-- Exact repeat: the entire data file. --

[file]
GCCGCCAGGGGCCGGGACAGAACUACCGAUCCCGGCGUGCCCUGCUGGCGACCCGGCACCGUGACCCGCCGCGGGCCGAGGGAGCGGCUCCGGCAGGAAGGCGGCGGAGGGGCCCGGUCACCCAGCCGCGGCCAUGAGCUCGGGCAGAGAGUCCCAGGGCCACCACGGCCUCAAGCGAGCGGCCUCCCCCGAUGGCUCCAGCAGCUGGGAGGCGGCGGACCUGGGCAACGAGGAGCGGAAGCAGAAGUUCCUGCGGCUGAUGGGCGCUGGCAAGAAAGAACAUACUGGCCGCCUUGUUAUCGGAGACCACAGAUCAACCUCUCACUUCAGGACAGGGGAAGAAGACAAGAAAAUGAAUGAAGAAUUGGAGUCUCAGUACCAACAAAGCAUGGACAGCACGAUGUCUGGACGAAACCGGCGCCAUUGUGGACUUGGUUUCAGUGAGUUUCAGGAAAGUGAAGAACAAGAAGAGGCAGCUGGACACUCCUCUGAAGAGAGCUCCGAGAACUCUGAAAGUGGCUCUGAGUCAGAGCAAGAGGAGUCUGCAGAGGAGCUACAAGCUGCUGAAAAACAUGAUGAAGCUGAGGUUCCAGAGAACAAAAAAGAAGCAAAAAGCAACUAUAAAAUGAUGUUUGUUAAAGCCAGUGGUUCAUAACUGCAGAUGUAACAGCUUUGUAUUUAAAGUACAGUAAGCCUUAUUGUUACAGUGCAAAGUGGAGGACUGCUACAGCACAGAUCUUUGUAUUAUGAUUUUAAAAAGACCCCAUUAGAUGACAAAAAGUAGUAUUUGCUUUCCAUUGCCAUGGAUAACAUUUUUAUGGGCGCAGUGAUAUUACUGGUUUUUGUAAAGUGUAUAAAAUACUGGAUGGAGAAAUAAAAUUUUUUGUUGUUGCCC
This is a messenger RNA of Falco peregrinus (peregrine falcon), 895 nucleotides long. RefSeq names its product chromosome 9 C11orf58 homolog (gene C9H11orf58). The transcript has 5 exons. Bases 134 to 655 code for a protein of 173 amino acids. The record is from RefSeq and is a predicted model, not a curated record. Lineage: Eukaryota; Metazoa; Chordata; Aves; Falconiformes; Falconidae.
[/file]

GCCGCCAGGGGCCGGGACAGAACUACCGAUCCCGGCGUGCCCUGCUGGCGACCCGGCACCGUGACCCGCCGCGGGCCGAGGGAGCGGCUCCGGCAGGAAGGCGGCGGAGGGGCCCGGUCACCCAGCCGCGGCCAUGAGCUCGGGCAGAGAGUCCCAGGGCCACCACGGCCUCAAGCGAGCGGCCUCCCCCGAUGGCUCCAGCAGCUGGGAGGCGGCGGACCUGGGCAACGAGGAGCGGAAGCAGAAGUUCCUGCGGCUGAUGGGCGCUGGCAAGAAAGAACAUACUGGCCGCCUUGUUAUCGGAGACCACAGAUCAACCUCUCACUUCAGGACAGGGGAAGAAGACAAGAAAAUGAAUGAAGAAUUGGAGUCUCAGUACCAACAAAGCAUGGACAGCACGAUGUCUGGACGAAACCGGCGCCAUUGUGGACUUGGUUUCAGUGAGUUUCAGGAAAGUGAAGAACAAGAAGAGGCAGCUGGACACUCCUCUGAAGAGAGCUCCGAGAACUCUGAAAGUGGCUCUGAGUCAGAGCAAGAGGAGUCUGCAGAGGAGCUACAAGCUGCUGAAAAACAUGAUGAAGCUGAGGUUCCAGAGAACAAAAAAGAAGCAAAAAGCAACUAUAAAAUGAUGUUUGUUAAAGCCAGUGGUUCAUAACUGCAGAUGUAACAGCUUUGUAUUUAAAGUACAGUAAGCCUUAUUGUUACAGUGCAAAGUGGAGGACUGCUACAGCACAGAUCUUUGUAUUAUGAUUUUAAAAAGACCCCAUUAGAUGACAAAAAGUAGUAUUUGCUUUCCAUUGCCAUGGAUAACAUUUUUAUGGGCGCAGUGAUAUUACUGGUUUUUGUAAAGUGUAUAAAAUACUGGAUGGAGAAAUAAAAUUUUUUGUUGUUGCCC
This is a messenger RNA of Falco peregrinus (peregrine falcon), 895 nucleotides long. RefSeq names its product chromosome 9 C11orf58 homolog (gene C9H11orf58). The transcript has 5 exons. Bases 134 to 655 code for a protein of 173 amino acids. The record is from RefSeq and is a predicted model, not a curated record. Lineage: Eukaryota; Metazoa; Chordata; Aves; Falconiformes; Falconidae.